Vitamin D may help fight inflammation, disease

Vitamin D may help fight inflammation, disease

Vitamin D combined with weight loss reduced chronic inflammation more dramatically than weight loss alone in a new study.

Vitamin D may be part of a powerful strategy to reduce chronic inflammation and the related risk of many diseases, including cancer, according to new research from the Fred Hutchinson Cancer Research Center. The study suggested that the vitamin, combined with weight loss, has a greater effect on reducing chronic inflammation that just dropping the pounds without adding the D. The study was published online ahead of print by Cancer Prevention Research and noted on

"We know from our previous studies that by losing weight, people can reduce their overall levels of inflammation, and there is some evidence suggesting that taking vitamin D supplements can have a similar effect if one has insufficient levels of the nutrient," said lead and corresponding author Catherine Duggan, Ph.D., a principal staff scientist in the Public Health Sciences Division at Fred Hutchinson, in a release from the research center. However, it has not been known whether combining the two—weight loss and vitamin D—would further boost this effect. "It's the first study to test whether adding vitamin D augments the considerable effect of weight loss on inflammatory biomarkers," she said.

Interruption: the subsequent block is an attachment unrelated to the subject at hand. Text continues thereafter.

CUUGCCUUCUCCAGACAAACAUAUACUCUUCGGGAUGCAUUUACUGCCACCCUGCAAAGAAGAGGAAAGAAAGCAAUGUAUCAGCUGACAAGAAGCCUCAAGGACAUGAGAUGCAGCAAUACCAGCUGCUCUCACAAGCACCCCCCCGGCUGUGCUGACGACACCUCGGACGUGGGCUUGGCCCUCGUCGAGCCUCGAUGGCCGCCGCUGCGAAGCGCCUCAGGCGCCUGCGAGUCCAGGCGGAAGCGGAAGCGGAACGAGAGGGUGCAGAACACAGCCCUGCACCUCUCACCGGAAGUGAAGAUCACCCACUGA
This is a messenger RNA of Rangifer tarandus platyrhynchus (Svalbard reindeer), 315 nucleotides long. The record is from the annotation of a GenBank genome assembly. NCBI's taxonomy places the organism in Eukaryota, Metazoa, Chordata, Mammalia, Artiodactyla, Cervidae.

Turns out, it does. In the double blind, placebo-controlled study of 218 healthy, overweight,older women with lower-than-recommended levels of vitamin D, the ones who received 2,000 IU of vitamin D daily along with losing weight on a diet and exercise program showed a 37 percent reduction in one pro-inflammatory biomarker compared to the 17.2 percent reduction shown by the women who took the placebo.

"Weight loss reduces inflammation, and thus represents another mechanism for reducing cancer risk," Duggan said. "If ensuring that vitamin D levels are replete, or at an optimum level, can decrease inflammation over and above that of weight loss alone, that can be an important addition to the tools people can use to reduce their cancer risk."

Other recent research suggests vitamin D deficiency plays more of a role in a person’s chances of developing diabetes than their weight.

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